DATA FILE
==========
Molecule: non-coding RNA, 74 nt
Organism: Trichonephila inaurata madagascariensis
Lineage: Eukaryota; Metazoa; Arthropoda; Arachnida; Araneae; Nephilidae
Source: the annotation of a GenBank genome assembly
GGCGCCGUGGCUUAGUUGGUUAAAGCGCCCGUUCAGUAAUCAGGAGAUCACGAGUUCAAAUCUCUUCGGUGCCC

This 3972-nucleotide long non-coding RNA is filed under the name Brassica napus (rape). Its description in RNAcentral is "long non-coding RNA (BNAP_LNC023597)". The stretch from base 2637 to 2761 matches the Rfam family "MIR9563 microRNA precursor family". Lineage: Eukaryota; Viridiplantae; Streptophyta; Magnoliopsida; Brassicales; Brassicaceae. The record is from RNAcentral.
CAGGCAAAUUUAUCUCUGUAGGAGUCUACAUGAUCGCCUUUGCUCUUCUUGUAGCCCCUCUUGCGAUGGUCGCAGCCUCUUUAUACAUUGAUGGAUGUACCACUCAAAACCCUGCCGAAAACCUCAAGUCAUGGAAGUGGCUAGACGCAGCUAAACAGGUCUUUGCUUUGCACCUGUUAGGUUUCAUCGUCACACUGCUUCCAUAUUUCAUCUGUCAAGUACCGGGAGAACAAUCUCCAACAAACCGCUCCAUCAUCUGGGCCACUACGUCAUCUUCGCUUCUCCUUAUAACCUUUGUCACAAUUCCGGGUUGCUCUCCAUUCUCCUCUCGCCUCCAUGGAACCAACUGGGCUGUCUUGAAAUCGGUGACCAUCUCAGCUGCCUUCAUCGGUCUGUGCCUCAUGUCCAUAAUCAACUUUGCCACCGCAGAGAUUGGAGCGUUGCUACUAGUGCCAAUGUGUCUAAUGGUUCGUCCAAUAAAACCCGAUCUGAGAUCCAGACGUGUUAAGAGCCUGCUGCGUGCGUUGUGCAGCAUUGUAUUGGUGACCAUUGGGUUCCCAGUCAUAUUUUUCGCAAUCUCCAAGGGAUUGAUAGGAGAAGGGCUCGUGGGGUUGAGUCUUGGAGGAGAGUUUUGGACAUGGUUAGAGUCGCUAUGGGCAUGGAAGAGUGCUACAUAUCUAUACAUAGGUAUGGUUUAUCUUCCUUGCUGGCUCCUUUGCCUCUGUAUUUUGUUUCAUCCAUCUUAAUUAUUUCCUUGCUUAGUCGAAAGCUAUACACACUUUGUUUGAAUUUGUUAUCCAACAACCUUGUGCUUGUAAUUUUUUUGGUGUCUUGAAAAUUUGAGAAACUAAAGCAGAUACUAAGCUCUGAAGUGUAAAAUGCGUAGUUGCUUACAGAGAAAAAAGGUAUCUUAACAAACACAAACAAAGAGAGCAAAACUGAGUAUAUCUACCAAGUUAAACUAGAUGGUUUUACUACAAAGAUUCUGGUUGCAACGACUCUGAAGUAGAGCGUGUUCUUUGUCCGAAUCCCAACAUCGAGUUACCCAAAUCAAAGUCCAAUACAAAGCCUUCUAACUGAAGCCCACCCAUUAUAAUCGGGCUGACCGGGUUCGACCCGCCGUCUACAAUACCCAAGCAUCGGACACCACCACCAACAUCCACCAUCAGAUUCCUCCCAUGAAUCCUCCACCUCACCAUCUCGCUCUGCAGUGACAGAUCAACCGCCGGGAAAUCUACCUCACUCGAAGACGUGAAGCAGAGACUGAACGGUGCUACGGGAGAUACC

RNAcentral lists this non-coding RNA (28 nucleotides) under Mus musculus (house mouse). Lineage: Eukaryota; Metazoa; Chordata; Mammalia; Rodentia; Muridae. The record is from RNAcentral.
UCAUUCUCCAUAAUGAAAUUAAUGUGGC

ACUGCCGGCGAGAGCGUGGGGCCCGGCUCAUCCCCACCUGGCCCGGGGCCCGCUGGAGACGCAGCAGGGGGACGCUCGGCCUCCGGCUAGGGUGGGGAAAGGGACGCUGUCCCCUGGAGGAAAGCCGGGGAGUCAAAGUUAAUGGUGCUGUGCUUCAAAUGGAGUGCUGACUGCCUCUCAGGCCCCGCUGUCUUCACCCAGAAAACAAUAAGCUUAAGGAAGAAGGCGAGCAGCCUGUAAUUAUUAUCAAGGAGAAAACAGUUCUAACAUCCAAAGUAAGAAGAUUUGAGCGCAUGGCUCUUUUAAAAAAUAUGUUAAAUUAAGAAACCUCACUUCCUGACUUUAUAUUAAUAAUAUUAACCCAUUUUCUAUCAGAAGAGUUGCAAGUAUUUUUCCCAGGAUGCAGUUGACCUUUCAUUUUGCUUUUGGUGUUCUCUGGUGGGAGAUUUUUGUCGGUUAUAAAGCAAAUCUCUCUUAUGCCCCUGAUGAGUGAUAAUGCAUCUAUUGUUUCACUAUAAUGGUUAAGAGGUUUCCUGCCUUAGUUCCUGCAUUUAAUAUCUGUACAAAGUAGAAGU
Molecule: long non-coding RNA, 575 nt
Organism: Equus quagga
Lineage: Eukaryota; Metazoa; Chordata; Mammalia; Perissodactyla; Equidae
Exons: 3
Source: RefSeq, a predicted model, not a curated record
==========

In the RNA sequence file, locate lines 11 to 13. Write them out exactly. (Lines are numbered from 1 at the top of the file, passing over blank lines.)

Molecule: long non-coding RNA, 575 nt
Organism: Equus quagga
Lineage: Eukaryota; Metazoa; Chordata; Mammalia; Perissodactyla; Equidae